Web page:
CD Review: 17 Pygmies – 13 Blackbirds
17 Pygmies is the name of the band. Former Savage Republic-an Jackson Del Rey and Louise Bialik’s long-running West Coast outfit started out as a skewed new wave/pop band but has gravitated toward art-rock since. This new cd has been a long time coming, and it’s been worth the wait. It’s a beautifully rustic, mostly acoustic record with vocals by Bialik, austere fingerpicked guitar, autumnal melodies and light percussion in places. Think of it as the thinking person’s alternative to Hem. It picks up steam as it goes along.
The understatedly memorable opening theme, Heavenly Intro is reprised at the end of the initial tracks as Heavenly Creatures. In between, we get the pretty title cut and the absolutely gorgeous Tree of Life (if this is about pot, it must be seriously hydroponic). After that, the stately waltz Get Out!, the haunting 6/8 ballad Water Carry Me with its pastoral blend of guitar, piano and violin and then truth in advertising with A Brief Interlude – more 6/8 time with beautiful fingerpicked classical guitar, sounding like a good baroque classical piece. The next song, 125 History has ghostly vocals set to stark strings; Lila Paosa, which follows, is another quiet pretty song with ringing overtones from the guitars and organ adding just a tinge of disquieting dissonance. Strings come in toward the end and build to a crescendo. Ubi Sunt (Latin for “where are then”) and Heavenly Creatures feature both piano, voice and strings. There are three bonus tracks on the first cd – quite possibly left over from a previous project – which make a good triptych in 6/8: an instrumental with piano and strings, an original song, and a cover of the McCartney chestnut from the White Album followed by a piano instrumental to close it.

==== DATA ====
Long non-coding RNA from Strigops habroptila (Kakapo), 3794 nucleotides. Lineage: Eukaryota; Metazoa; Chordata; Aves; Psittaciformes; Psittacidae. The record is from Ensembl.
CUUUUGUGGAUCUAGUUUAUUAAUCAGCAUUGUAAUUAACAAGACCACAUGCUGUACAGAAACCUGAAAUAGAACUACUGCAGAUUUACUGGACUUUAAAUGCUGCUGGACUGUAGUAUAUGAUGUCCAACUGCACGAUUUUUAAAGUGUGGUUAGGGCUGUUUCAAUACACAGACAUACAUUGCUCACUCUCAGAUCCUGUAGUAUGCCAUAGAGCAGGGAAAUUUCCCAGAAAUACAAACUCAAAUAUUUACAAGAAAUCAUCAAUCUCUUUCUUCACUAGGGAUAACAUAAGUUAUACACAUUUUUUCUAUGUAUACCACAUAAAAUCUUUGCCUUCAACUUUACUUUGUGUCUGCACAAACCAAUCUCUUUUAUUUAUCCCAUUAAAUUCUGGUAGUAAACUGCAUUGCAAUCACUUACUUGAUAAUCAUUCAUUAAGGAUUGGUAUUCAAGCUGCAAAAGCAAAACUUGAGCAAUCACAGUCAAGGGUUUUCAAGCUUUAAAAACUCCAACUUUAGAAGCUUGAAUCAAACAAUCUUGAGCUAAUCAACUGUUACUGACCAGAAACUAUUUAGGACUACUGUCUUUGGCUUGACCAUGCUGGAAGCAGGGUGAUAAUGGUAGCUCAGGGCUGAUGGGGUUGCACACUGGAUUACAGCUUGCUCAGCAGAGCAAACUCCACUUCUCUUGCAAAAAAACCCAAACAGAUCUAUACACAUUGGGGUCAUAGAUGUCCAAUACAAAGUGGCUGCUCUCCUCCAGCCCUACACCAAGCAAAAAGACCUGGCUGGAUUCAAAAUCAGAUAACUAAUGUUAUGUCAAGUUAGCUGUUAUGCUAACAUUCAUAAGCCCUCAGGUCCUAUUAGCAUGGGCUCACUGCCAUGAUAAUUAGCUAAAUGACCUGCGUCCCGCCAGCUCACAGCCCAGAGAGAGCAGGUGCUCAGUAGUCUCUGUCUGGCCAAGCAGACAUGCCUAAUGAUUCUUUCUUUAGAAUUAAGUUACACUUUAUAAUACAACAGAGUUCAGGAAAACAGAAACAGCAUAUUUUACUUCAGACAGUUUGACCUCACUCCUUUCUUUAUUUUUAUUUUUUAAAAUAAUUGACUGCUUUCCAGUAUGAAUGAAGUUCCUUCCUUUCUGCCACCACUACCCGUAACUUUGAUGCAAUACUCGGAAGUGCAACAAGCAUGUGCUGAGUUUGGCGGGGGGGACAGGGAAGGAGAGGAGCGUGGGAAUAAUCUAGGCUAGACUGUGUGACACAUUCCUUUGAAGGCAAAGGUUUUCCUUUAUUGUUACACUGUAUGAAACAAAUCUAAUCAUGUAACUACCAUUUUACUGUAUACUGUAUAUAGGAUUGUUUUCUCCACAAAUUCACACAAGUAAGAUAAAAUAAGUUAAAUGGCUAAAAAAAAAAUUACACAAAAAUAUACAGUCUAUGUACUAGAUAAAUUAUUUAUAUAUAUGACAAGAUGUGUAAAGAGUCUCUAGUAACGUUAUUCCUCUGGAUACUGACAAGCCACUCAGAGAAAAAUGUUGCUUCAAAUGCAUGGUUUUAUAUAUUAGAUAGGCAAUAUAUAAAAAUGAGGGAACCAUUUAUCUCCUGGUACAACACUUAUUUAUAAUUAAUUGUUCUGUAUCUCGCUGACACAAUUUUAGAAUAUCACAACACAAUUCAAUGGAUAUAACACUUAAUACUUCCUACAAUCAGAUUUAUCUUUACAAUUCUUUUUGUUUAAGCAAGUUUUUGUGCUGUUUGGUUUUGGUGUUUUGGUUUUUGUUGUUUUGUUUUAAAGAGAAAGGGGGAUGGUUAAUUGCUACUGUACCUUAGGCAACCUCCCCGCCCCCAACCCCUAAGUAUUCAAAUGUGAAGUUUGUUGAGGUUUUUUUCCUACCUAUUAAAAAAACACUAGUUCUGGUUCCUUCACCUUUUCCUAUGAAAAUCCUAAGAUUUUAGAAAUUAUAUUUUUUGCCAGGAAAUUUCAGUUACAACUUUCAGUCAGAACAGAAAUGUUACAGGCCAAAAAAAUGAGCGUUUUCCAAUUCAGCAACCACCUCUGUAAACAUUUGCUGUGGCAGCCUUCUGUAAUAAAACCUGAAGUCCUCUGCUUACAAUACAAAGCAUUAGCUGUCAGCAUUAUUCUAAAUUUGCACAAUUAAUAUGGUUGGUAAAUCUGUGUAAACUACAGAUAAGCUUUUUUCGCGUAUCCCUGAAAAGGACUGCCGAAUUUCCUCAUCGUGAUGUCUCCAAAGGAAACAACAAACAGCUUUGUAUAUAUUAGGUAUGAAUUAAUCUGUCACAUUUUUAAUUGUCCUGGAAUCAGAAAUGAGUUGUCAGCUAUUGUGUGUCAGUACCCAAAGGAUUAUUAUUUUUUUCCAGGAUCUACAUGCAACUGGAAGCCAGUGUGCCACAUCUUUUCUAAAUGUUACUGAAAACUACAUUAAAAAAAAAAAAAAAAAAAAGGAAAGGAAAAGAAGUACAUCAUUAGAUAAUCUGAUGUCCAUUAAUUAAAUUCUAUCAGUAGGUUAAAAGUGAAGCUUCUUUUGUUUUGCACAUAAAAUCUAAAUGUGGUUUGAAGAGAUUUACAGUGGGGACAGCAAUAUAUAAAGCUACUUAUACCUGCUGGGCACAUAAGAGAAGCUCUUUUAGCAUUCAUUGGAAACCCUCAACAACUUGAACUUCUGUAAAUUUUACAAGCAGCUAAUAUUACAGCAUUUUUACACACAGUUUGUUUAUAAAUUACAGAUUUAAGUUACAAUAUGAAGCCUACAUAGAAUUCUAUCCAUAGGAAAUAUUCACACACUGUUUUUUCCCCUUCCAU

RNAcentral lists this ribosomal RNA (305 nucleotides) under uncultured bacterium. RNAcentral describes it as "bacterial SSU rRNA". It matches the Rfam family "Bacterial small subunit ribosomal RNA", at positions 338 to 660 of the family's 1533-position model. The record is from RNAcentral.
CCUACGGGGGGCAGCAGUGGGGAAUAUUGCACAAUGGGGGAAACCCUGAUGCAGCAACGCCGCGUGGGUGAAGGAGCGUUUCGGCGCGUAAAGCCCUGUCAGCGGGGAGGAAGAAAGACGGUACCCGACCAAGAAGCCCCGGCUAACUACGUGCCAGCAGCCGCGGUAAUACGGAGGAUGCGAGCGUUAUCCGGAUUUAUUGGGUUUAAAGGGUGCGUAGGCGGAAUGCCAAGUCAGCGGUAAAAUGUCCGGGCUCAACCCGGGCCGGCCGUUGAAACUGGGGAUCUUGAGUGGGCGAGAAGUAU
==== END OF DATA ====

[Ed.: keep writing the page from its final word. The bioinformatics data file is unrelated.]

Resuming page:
This is a double cd: the second one is called 13 Lotus which (seems to be) 13 remixes of the song from 13 Blackbirds. It’s pretty much all hypnotic, sleepy, downtempo, mostly instrumental trip-hop variations except for a rather disturbing version with sirens phasing from speaker to speaker which will quickly have listeners rushing to the window and then wondering where all the emergency vehicles are. It’s all well worth owning and comes in a charmingly illustrated, Edward Gorey-esque double cardboard sleeve.